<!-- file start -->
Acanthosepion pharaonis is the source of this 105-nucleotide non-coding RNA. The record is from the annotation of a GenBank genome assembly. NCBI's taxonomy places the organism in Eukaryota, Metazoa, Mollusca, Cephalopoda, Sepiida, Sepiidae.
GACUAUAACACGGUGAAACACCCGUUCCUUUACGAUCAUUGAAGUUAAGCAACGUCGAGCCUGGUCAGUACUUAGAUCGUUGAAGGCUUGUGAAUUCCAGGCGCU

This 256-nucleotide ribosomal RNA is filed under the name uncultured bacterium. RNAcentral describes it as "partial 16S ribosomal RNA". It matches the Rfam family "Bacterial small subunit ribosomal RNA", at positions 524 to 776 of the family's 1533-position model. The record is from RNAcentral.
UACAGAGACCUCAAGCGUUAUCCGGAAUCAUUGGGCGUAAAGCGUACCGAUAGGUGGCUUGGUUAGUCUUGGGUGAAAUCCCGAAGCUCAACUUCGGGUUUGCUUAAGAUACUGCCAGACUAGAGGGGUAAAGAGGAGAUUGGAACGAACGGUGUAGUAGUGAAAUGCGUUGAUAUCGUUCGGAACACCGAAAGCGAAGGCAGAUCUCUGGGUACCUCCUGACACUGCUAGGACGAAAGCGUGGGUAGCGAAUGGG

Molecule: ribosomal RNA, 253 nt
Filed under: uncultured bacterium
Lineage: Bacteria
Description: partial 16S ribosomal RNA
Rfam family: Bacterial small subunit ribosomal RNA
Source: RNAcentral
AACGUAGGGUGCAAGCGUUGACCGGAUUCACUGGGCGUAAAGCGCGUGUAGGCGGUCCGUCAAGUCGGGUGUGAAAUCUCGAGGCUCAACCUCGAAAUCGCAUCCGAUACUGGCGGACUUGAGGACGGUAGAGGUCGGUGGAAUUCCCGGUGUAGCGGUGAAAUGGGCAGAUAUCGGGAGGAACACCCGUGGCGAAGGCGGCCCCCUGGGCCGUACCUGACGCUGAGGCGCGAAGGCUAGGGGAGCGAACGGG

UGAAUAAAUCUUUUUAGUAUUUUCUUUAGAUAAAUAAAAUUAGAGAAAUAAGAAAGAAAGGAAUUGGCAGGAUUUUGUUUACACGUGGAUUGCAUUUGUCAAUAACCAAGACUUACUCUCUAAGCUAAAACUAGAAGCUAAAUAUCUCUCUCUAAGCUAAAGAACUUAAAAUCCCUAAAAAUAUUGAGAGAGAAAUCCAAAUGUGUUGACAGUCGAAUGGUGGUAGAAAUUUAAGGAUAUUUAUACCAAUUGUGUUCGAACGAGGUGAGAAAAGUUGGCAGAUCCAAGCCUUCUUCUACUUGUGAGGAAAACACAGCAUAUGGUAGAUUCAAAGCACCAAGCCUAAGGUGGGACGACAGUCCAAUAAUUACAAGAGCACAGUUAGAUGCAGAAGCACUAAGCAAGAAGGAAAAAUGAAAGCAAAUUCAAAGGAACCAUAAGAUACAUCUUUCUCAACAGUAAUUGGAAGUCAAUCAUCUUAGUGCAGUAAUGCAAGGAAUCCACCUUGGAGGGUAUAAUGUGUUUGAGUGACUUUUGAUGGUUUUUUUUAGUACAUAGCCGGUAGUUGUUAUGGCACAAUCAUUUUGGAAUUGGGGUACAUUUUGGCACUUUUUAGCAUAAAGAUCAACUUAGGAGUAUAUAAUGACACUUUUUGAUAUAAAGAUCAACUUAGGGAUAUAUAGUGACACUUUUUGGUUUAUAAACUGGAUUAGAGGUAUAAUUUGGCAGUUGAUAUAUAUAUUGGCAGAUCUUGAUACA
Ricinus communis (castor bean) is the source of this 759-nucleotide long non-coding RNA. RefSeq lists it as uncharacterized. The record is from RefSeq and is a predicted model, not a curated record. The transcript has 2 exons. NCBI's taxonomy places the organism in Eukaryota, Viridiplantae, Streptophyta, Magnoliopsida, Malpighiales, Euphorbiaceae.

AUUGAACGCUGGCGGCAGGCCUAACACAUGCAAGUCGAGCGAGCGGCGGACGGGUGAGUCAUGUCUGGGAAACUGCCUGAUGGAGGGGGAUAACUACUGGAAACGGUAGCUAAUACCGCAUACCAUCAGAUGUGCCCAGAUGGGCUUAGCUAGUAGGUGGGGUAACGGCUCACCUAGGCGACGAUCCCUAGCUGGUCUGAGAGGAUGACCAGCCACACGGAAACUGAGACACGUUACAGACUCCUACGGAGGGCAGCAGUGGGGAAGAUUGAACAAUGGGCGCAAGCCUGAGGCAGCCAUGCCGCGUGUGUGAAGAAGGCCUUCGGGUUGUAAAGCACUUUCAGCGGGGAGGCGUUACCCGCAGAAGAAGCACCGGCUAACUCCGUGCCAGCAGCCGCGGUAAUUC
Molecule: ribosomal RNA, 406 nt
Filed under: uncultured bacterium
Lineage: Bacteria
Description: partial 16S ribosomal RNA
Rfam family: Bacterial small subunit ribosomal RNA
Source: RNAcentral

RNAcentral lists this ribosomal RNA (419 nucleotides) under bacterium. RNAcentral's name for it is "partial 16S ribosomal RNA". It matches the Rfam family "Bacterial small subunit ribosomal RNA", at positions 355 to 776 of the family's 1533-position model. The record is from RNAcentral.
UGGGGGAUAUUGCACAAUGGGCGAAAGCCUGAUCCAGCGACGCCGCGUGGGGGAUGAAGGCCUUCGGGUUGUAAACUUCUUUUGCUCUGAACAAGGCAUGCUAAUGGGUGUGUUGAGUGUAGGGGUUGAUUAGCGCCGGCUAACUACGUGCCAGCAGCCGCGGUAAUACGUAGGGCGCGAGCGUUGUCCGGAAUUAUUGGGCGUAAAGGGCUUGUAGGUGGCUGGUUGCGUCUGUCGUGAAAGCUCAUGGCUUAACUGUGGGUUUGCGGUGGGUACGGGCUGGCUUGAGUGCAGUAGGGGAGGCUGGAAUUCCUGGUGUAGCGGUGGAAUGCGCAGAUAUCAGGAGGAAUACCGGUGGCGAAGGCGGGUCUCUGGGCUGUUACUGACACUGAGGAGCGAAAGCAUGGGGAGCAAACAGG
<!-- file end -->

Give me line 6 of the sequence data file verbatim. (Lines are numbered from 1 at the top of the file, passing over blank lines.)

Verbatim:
Filed under: uncultured bacterium